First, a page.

|Directed by:||Andy Wachowski, Larry Wachowski|
|Written by:||Andy Wachowski, Larry Wachowski|
|Starring:||Keanu Reeves, Laurence Fishburne, Carrie-Anne Moss, Hugo Weaving, Harold Perrineau|
|Released:||May 16, 2003|
The Oxford English dictionary defines hype as the “intensive promotion of product”. In Hollywood circles hype is more accurately defined as “money”. It’s the new craze for big studios – spread the early word through the internet, commence the phenomenally large media campaign, have the film open on a record number of screens, and then sit back and watch people book tickets weeks in advance as they panic with the thought they might not be able to see it on the opening weekend.
For any knowledgeable filmgoer, the problem here is that people talk more about a film before seeing it rather than after seeing it. Is this a problem? This time next week, The Matrix Reloaded will be a faded memory and all that will be heard is the hype for the next “must see movie of the year”. On an unrelated matter, 2 Fast 2 Furious is released on June 5 and The Hulk is released on June 26. The only film I can recall that had massive hype both before and after its release was 1997’s Titanic which still stands as the highest grossing film ever.
Back now to The Matrix Reloaded and it is a pretty good film. It’s nothing more than that. I do recommend it and have much positive to say but please, let’s keep things in perspective. If you can’t recall many details from the original The Matrix, you either need to head to the video store or forget about seeing this. It’s a complicated premise and creators Andy and Larry Wachowski don’t waste time rehashing past events.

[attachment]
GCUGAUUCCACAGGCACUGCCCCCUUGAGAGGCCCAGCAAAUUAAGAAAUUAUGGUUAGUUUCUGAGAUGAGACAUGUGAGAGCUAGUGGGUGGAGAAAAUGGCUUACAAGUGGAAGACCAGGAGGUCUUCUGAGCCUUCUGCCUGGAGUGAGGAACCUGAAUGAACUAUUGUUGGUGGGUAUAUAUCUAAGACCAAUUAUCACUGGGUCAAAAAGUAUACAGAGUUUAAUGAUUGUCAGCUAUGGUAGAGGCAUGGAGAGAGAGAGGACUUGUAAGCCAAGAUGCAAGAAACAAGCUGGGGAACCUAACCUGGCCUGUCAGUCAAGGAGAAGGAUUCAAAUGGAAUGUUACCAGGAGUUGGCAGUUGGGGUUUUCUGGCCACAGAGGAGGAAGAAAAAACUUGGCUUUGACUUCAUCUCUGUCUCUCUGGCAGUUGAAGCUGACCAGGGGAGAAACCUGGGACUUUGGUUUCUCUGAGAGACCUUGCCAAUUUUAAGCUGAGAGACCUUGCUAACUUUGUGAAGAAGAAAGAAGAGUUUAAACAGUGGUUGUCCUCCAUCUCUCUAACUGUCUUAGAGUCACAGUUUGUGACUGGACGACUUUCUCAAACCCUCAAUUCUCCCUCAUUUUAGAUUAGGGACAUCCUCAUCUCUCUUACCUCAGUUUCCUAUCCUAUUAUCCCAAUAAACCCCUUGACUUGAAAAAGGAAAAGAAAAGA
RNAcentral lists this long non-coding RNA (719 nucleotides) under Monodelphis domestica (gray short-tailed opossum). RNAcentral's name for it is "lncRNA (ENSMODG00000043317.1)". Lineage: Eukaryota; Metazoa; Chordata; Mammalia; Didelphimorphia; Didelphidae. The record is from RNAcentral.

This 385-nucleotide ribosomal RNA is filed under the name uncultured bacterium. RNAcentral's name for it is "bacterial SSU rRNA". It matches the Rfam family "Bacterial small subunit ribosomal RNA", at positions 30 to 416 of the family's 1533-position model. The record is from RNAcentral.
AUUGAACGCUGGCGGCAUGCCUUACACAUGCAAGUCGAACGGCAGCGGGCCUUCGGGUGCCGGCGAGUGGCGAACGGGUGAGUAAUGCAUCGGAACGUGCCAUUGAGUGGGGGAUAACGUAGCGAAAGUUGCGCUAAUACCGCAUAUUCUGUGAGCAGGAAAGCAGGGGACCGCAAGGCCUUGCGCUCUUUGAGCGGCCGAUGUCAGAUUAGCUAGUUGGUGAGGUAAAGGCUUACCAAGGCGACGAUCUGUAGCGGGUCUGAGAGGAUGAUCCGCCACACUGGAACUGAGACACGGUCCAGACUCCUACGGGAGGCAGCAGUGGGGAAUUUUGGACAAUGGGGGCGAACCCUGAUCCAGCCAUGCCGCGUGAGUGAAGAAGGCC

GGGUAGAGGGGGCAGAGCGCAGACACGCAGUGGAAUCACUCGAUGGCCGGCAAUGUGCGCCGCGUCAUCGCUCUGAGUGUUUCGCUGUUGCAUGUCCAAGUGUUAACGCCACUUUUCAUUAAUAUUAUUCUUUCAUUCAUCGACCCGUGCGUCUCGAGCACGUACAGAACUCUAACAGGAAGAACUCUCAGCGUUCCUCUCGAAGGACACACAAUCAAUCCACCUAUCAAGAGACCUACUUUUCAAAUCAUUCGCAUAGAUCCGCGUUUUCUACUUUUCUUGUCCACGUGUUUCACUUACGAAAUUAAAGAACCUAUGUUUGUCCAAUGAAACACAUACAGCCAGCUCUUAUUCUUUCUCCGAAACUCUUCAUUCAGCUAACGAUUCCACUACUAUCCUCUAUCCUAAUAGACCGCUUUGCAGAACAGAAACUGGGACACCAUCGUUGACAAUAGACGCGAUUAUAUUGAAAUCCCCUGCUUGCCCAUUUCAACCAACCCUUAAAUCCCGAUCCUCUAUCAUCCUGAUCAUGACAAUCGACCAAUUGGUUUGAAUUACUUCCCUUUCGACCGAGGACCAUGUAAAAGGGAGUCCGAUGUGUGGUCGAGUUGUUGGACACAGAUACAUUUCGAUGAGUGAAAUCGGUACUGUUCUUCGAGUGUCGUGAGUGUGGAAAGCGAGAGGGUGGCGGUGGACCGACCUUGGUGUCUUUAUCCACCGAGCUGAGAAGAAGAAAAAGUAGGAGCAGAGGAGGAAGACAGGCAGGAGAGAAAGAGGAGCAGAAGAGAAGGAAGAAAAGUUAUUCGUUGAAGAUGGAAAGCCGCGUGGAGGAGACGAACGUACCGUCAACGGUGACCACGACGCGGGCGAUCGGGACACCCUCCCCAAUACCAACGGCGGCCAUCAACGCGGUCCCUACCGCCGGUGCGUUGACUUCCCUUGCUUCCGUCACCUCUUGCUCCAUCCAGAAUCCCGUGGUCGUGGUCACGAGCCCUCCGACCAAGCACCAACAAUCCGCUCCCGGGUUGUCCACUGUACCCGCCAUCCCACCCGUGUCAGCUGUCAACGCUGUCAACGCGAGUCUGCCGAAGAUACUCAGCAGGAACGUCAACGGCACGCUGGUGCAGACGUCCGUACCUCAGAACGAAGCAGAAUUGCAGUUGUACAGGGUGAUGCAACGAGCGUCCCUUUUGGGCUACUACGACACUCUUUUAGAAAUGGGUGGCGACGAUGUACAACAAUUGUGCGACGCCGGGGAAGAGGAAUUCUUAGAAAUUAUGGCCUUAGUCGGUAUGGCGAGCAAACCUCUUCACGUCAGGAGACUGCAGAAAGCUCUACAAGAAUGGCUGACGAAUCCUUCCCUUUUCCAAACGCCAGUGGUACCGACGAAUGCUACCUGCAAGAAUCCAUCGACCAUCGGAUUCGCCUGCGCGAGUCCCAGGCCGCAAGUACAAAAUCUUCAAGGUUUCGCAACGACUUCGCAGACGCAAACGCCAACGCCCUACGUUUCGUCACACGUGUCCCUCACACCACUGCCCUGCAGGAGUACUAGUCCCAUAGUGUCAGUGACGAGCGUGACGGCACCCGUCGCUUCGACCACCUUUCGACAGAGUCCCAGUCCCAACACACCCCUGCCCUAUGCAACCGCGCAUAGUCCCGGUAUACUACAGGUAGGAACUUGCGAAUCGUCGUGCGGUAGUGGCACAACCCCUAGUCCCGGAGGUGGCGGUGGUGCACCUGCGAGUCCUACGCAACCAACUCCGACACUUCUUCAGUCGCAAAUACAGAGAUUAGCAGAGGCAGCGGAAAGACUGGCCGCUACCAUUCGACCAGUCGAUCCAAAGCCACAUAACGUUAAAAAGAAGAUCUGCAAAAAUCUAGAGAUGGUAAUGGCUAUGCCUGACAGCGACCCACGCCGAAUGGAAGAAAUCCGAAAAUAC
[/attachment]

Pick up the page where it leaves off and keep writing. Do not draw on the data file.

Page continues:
I stress the point again that this story is intricately complicated. Having heavily criticised the toilet humour and general unintelligence lacing so many American flicks of recent years, you’d think I’d be munching my popcorn with extra fervour at the thought of a film which reverses this trend. It is a matter of judgement from one person to the next but I concede that despite listening enthusiastically, I found the philosophical dialogue too heavy to fully comprehend.
As intelligent as the film’s concept is and as unique as the Wachowski brothers are, the film still applies unoriginal formulas. The key actions sequences are evenly spread throughout the film. One person can still beat off many attackers. Someone can fire a truckload of bullets and still miss. I stand by my comments from 1999 that the amazing special effects do mask the limitations in the screenplay.
Before I become too negative, there is much to be excited about. The special effects are the finest ever seen. The best illustration is found during a lengthy scene where Keanu Reeves battles a large number of enemies who all look like Hugo Weaving. Computers are wonderful tools but for a film critic, it creates a new problem. Should I be praising the performance of actor Hugo Weaving in playing so many characters or should I be praising the visual effects crew for generating so many lifelike computer images? The same can be said for a dazzling highway chase sequence but real or not, they sure got my heart pumping.
To address the film’s plot, we once again follow Neo (Reeves), Trinity (Moss) and Morpheus (Fishburne) in their quest to save the human race and uncover more secrets of the matrix. As they battle an endless stream of enemies, their underground world of Zion remains under threat from giant machines who are tunnelling their way through the Earth’s crust. To be honest, very little is resolved as the bulk of the drama has been saved for the final film, The Matrix Revolutions, to be released in Australia on November 6. The hype is scheduled to begin on October 16.